The 'Tatsinskaya Raid' was a Soviet armoured raid deep into the German rear during the last phases of the Battle of Stalingrad (16/28 December 1942).
Undertaken by General Major Vasili M. Badanov’s XXIV Tank Corps, the raid was designed to force the Germans to divert some of the forces attempting to relieve Generaloberst Friedrich Paulus’s 6th Army trapped in Stalingrad.
The Soviets had encircled the 6th Army in Stalingrad in 'Uran', which had been launched on 19 November 1942. By the middle of December, the German 'Wintergewitter' (i) relief effort had approached to a distance of about 30 miles (50 km) of the encirclement ring, and the German airlift trying to supply the encircled army was in full swing. In this situation, the Stavka decided to launch 'Malyi Saturn' as a downsized 'Saturn' to encircle Generalfeldmarschall Ewald von Kleist’s entire Heeresgruppe 'A' by penetrating to the south and the coast of the Sea of Azov. The danger this operation created was so serious that the Germans had to abandon all hope of relieving the 6th Army, and instead concentrate on halting the advancing Soviet formations while simultaneously trying to move as many formations as possible to the west.
As a consequence of the threat, the most potent of the German divisions involved in the relief effort, Generalleutnant Erhard Raus’s 6th Panzerdivision, was turned to the west and ordered first to clear the raiding force from Tatsinskaya, and second to establish a new front toward the north of the airfield. With that decision, all hope of breaking through to the 6th Army disappeared.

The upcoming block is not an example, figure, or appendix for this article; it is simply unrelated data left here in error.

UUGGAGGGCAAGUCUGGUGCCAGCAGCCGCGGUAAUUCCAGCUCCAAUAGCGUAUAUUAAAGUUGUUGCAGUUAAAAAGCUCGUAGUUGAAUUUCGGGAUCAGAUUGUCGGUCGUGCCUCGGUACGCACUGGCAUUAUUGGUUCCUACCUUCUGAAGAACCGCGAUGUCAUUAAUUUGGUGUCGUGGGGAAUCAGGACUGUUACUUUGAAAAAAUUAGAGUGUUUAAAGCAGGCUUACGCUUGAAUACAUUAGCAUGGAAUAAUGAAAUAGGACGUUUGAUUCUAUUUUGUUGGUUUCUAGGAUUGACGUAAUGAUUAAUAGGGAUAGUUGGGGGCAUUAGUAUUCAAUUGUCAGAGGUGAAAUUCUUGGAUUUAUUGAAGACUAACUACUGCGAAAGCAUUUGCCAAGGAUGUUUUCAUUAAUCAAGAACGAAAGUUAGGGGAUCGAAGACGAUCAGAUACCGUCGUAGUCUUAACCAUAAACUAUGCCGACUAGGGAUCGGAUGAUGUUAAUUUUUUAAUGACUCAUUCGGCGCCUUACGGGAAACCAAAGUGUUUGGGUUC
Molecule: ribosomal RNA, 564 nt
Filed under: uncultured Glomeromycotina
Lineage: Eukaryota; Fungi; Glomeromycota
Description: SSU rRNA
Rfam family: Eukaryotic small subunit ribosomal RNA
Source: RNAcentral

The XXIV Tank Corps was a formation of General Leytenant Dmitri D. Lelyushenko’s 3rd Guards Army within General Polkovnik Nikolai F. Vatutin’s South-West Front. The tank corps was the 3rd Guards Army’s exploitation formation for deep penetration missions, and therefore not used in the initial breakthrough element of the battle. The 3rd Guards Army’s offensive was launched during the morning of 16 December when, in order to speed the task of of his infantry formations in breaching the Axis front, Lelyushenko committed his other two tank formations, General Major Pavel P. Poluboyarov’s XVII Tank Corps and General Major Piotr P. Pavlov’s XXV Tank Corps, during the initial phase of the battle.